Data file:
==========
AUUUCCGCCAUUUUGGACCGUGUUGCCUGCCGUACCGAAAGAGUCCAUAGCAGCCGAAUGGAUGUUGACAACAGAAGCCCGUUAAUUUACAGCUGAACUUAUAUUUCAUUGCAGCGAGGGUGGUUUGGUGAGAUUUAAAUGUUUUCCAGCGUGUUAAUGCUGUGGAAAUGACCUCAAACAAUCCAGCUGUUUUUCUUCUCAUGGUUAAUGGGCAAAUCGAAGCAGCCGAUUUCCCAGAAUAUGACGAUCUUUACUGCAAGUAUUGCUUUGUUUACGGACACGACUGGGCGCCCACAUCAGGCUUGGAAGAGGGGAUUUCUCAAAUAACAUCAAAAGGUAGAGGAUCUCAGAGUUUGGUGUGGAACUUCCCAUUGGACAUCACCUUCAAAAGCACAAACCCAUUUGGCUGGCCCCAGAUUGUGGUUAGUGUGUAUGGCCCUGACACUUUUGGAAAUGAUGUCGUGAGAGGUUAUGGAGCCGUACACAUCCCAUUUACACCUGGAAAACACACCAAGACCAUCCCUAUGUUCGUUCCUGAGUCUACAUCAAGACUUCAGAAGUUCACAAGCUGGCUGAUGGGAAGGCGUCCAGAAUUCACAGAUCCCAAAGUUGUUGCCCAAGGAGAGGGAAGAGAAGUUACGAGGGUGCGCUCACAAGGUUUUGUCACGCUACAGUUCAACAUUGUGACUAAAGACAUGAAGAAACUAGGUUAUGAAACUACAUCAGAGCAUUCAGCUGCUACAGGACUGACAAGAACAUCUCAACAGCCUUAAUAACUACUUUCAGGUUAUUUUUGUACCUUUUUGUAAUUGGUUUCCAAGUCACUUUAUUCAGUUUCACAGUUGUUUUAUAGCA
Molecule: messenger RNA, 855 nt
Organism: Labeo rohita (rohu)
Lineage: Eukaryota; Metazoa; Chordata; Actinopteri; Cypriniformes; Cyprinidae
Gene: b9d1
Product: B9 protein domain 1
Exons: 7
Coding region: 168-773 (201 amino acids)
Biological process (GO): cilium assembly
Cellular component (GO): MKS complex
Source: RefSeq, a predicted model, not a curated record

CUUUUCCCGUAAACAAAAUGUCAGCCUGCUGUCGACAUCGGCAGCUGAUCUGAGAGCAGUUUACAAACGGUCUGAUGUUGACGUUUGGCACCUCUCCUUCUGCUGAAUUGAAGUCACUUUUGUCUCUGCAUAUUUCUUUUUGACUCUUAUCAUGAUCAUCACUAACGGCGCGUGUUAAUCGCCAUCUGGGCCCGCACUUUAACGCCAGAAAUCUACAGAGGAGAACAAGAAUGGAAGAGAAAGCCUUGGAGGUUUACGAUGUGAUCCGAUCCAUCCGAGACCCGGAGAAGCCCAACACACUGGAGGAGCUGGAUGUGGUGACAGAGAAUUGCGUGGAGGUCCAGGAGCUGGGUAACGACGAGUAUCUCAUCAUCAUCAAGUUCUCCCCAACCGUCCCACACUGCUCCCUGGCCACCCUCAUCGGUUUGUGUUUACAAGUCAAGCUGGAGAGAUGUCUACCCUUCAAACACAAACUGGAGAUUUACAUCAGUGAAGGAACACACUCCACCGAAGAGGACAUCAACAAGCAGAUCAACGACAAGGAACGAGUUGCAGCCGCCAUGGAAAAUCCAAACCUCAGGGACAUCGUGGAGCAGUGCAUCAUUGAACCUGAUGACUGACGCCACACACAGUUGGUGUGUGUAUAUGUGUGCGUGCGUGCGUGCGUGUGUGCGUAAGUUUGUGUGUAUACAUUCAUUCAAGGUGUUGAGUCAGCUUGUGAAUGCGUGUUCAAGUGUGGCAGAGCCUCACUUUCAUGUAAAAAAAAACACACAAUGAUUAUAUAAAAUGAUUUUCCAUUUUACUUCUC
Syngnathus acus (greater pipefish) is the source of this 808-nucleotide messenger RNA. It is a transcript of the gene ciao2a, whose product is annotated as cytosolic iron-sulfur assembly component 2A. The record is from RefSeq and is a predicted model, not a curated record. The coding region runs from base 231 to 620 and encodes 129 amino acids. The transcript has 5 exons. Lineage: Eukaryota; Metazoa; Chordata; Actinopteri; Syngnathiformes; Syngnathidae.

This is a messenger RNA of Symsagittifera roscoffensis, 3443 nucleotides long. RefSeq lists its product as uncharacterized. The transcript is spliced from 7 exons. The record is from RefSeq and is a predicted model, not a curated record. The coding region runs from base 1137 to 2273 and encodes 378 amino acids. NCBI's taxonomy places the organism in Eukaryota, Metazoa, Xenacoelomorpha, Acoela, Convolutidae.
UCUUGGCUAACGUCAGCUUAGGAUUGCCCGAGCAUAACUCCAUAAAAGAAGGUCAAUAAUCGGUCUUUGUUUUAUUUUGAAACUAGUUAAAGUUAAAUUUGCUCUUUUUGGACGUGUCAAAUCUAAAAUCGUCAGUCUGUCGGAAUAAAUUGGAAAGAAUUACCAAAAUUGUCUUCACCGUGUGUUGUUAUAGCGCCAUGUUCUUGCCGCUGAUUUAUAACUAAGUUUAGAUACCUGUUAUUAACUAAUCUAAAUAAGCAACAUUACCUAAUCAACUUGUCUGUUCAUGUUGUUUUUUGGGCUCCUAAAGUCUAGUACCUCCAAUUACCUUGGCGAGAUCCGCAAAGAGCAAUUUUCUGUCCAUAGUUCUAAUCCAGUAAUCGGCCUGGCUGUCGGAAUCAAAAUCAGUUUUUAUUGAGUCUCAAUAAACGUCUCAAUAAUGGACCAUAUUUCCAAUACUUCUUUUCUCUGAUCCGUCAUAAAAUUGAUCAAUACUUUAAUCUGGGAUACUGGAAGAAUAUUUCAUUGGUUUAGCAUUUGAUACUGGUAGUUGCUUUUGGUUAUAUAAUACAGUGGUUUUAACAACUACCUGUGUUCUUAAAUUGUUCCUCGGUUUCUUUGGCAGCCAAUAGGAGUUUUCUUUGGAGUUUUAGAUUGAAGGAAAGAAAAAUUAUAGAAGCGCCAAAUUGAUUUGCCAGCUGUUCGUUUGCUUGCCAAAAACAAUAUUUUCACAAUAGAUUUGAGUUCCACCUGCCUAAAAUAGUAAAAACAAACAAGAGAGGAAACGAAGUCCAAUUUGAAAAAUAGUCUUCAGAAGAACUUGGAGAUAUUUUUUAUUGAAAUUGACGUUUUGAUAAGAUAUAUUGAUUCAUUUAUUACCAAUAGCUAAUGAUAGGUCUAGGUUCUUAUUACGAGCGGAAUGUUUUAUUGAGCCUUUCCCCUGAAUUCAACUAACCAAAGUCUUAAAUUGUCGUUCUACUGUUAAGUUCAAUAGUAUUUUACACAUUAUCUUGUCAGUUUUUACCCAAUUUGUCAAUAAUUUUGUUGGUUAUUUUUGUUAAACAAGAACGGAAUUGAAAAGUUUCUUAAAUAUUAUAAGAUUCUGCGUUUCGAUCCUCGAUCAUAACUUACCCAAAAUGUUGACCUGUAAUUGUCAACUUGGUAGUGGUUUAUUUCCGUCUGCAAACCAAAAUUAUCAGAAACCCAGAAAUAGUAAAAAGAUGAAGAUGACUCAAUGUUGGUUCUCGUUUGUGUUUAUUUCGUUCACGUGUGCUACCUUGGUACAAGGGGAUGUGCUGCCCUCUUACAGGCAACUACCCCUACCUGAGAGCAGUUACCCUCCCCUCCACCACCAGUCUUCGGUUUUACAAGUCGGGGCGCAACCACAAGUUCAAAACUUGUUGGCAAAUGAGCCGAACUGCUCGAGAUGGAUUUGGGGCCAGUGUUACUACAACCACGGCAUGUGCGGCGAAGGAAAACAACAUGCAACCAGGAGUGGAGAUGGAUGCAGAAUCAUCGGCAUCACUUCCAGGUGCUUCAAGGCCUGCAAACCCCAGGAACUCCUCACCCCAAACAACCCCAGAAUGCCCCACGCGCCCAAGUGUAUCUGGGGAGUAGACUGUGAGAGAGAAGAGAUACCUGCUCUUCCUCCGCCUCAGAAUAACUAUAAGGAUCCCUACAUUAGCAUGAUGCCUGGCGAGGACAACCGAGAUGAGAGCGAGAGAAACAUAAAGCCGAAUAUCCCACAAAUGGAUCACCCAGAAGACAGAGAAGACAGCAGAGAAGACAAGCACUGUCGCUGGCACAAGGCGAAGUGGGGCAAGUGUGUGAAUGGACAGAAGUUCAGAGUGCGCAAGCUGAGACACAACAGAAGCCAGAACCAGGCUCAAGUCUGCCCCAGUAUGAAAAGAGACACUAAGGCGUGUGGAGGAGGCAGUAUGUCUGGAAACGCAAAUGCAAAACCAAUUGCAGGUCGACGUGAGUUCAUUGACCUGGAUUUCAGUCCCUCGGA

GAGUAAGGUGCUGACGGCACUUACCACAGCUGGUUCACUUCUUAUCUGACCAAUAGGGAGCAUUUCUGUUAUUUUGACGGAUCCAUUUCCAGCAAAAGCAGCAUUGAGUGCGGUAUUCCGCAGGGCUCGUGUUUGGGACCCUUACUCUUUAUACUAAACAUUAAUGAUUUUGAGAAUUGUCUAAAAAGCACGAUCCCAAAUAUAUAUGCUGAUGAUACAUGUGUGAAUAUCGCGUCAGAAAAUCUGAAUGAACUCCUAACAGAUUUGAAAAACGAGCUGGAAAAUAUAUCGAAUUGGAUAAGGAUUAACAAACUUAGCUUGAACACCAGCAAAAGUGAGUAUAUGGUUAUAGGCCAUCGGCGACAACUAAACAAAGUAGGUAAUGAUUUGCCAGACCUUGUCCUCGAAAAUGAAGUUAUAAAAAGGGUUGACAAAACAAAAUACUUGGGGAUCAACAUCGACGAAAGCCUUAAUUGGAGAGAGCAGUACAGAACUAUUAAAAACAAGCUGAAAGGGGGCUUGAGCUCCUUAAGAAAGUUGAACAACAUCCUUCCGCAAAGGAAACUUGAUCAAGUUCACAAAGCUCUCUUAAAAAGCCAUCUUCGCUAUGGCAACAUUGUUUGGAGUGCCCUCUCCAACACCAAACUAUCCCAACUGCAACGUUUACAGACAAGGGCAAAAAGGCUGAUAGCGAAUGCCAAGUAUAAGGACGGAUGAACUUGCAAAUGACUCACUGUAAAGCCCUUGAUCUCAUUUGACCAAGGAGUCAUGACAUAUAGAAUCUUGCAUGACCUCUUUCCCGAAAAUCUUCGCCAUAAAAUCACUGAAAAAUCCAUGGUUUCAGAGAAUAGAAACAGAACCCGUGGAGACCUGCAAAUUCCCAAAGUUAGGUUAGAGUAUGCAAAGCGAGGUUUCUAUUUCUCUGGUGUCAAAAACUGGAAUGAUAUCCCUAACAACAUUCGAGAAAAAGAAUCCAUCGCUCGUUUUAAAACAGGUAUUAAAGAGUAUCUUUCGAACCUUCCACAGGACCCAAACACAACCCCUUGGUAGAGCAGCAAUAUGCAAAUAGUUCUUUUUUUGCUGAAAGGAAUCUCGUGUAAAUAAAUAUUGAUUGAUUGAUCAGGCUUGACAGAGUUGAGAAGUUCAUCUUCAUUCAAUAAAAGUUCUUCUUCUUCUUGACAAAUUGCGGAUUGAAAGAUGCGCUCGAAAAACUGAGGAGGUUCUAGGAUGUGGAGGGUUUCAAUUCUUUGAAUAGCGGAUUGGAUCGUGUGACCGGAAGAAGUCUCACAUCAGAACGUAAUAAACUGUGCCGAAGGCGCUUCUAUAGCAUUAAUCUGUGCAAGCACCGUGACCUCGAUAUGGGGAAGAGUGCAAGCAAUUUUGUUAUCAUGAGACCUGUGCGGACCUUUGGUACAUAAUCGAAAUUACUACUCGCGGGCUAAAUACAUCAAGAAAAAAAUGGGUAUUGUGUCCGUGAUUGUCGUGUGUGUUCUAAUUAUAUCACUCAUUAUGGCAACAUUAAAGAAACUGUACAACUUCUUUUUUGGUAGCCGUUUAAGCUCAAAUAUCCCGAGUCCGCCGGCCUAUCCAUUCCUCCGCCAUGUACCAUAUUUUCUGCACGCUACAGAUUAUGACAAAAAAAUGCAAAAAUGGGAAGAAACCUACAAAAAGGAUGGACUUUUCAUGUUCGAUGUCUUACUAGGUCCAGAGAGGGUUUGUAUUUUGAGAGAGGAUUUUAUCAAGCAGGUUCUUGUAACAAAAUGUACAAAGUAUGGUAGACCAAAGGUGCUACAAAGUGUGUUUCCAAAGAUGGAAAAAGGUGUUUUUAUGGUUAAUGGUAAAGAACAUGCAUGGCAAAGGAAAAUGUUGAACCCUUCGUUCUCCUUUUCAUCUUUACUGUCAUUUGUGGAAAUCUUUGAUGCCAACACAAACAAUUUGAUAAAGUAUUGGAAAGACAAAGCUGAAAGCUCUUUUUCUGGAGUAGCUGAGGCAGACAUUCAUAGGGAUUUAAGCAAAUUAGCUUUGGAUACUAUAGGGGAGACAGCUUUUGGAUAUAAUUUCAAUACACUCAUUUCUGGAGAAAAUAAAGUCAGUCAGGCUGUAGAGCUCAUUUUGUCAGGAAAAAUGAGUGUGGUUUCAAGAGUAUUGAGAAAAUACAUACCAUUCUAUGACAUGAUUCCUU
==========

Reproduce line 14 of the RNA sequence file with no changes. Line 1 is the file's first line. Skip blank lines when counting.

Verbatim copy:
This is a messenger RNA of Symsagittifera roscoffensis, 3443 nucleotides long. RefSeq lists its product as uncharacterized. The transcript is spliced from 7 exons. The record is from RefSeq and is a predicted model, not a curated record. The coding region runs from base 1137 to 2273 and encodes 378 amino acids. NCBI's taxonomy places the organism in Eukaryota, Metazoa, Xenacoelomorpha, Acoela, Convolutidae.